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Quality Control System for Ocean Temperature In-Situ Profiles

Over the last century, over 16 million ocean temperature profiles have been acquired. However, each approach provides data with varying degrees of precision, quality, and metadata completion.

Quality Control System for Ocean Temperature In-Situ Profiles

Image Credit: MVolodymyr/

The quality control (QC) process is required before using this raw data in scientific studies to assure data accuracy and availability. QC was earlier handled manually by experts. However, due to manpower and time constraints, manual QC of huge datasets is not practical.

Scientists from the Chinese Academy of Sciences’ (CAS) Institute of Atmospheric Physics (IAP) and their associates offer a novel climatological range-based automatic quality control system for ocean temperature in-situ profiles. This system is known as CAS Ocean Data Center–Quality Control system, or CODC–QC for short, and comprises 14 distinct quality checks to pinpoint outliers.

The research was published in the journal Deep-Sea Research Part I.

We developed this new QC system to provide a quality-homogenous database, with reduced human-workload and time cost on manual QC.

Zhetao Tan, Study First Author, Institute of Atmospheric Physics, Chinese Academy of Sciences

In CODC-QC, the 0.5% and 99.5% quantiles are used as thresholds to define local climatological ranges. These thresholds are time-varying, with the goal of incorrectly excluding real data during “extreme events.” These strategies are used in local climatological range checks for both temperature and vertical temperature gradient, where the anisotropic feature of water properties is attributed to, and topography barriers adjustment of water mass is made.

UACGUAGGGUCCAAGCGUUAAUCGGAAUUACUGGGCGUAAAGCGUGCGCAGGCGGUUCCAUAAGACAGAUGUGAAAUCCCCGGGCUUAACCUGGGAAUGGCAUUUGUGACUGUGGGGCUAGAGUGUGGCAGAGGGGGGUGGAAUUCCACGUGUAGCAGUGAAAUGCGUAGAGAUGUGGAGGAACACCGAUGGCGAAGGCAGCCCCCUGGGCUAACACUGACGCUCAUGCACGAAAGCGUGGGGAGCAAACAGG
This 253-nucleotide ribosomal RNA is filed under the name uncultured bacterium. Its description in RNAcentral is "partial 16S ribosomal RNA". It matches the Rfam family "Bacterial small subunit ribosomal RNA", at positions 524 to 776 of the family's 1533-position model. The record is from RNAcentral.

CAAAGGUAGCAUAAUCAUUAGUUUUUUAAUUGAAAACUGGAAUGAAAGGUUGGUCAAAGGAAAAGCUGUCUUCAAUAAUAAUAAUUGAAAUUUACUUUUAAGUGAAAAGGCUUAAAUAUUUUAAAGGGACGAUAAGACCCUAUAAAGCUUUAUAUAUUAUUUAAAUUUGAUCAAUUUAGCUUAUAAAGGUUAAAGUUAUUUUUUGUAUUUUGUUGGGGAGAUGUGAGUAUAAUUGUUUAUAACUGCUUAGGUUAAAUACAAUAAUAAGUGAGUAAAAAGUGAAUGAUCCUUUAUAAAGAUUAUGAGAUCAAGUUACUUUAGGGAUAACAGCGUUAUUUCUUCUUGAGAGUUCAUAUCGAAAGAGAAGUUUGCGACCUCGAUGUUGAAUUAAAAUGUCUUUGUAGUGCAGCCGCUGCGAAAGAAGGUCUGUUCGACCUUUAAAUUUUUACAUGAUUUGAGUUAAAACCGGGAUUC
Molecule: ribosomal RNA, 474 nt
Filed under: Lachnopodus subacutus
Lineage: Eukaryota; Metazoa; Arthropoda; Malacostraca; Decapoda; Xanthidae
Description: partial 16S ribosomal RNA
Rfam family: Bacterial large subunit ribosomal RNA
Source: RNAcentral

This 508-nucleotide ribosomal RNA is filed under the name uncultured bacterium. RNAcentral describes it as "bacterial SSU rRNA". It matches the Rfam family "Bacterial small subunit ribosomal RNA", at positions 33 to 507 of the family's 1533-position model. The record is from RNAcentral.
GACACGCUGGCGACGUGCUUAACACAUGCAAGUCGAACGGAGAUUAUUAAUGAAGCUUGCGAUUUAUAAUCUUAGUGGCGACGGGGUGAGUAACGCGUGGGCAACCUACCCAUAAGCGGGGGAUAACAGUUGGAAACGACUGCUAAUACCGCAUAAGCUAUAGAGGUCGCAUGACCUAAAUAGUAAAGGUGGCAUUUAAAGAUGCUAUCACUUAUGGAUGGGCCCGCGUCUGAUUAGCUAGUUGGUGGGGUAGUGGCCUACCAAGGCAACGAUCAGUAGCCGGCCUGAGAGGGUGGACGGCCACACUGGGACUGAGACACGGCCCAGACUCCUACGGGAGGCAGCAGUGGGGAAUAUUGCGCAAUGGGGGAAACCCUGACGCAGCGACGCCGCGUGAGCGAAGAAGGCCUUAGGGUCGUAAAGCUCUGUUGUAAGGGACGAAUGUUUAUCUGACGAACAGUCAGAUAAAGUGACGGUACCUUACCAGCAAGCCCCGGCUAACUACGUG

Furthermore, the CODC-QC system’s performance was evaluated using two expert/manual QC-ed benchmark datasets. This evaluation confirmed the effectiveness of the suggested strategy in deleting false data and reducing the percentage of valuable data incorrectly flagged.

The CODC-QC was also applied to the global World Ocean Database (WOD18), which included 16,804,361 temperature profiles spanning the years 1940 to 2021. According to temperature outlier statistics, 7.97% of measurements were rejected, with XBT data having the highest rejection rate (15.44%) and the Argo profiling float having the lowest rejection rate (2.39%).

We suggest a dependency of the quality of temperature observations on the instrumentation type.

Viktor Gouretski, Study Co-Author and Researcher, Institute of Atmospheric Physics, Chinese Academy of Sciences

The investigators also used the CODC-QC system to study global ocean warming.

We found that the application of the CODC-QC system leads to a 15% difference for linear trend of the global 0–2000 m ocean heat content changes within 1991–2021, compared with the application of WOD-QC (NOAA/NCEI), implying a non-negligible source of error in ocean heat content estimate.

Lijing Cheng, Study Corresponding Author and Professor, Institute of Atmospheric Physics, Chinese Academy of Sciences

The quality-controlled (by CODC-QC) and bias-corrected ocean in-situ profile data of CAS-Ocean Data Center, Global Ocean Science Database (CODC-GOSD) are now available freely.

Journal Reference:

Tan, Z., et al. (2023) A new automatic quality control system for ocean profile observations and impact on ocean warming estimate. Deep Sea Research Part I.


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